Speaking to the now, however, Vejas’ spring/summer 21, conceptualized from lockdown, draws inspiration from the past in order to look forward. “Because it’s such a weird time, I was thinking that it would be interesting to go back and look at some of the styles that resonated in the past and update them. Make them a little bit more refined or change the silhouette a bit,” he says. “I had a whole box of patterns in my parents’ basement so it was easy for me to go into that pattern box and start chopping things or rearranging things.” It’s all there: layered hoodies, tweaked jeans, cut-out T-shirts. All the draped jersey confections are made from organic cotton; the ultra-tailored jeans are made from post-consumer recycled denim.
Vejas’ singular futurism is there too. A jersey bra top that twists and turns around the body might be a nod to Princess Leia’s myriad iconic costumes — during our conversation Vejas references Star Wars as yet another sci-fi touchstone. Days later, he sends me the season’s moodboard via zip file, containing, among other images, a photograph of a woman in full Storm Trooper garb, helmet in hand. Zipped in there, too, is Frederick Leighton’s 1878 Nausicaa; the ancient Greek maiden wears a liquid skirt, pulling the hem of her blouse up to her chin so it falls around her in sinuous layers. The same pendulous drapery finds its way across the designer’s bike shorts, gathered around the hips, and waterfall-ruched jersey T-shirts. Vejas meets George Lucas meets Homer. A conversation between past and present, backwards and forwards, always in flux.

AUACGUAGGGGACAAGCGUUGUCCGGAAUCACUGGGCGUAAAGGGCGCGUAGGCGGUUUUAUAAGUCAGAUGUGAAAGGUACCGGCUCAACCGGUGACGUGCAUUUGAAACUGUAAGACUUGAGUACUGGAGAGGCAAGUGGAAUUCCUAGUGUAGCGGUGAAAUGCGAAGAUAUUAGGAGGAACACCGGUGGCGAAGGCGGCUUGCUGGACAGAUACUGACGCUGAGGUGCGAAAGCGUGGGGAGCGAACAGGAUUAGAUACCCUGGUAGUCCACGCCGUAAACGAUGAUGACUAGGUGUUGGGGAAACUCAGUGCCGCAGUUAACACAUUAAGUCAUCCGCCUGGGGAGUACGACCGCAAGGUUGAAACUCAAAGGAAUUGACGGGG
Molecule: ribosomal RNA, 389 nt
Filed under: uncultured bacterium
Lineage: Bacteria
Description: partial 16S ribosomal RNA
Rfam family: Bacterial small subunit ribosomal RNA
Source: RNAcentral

In lieu of a physical showroom, Vejas — along with some long-time friends-and-collaborators like writer Fiona Duncan and stylist Haley Wollens — created a digital “fantasy space” to showcase the collection. Drawing, clearly, from his appreciation for the sci-fi aesthetic, the digital experience sees the viewer navigate through a mysterious, dune-hued, concrete environment, complete with synth-y soundtrack, discovering all the bits and pieces of the collection — from the lookbook to preliminary sketches — like an otherworldly explorer. Or, better yet, like a time-traveller from the past, looking straight into the future.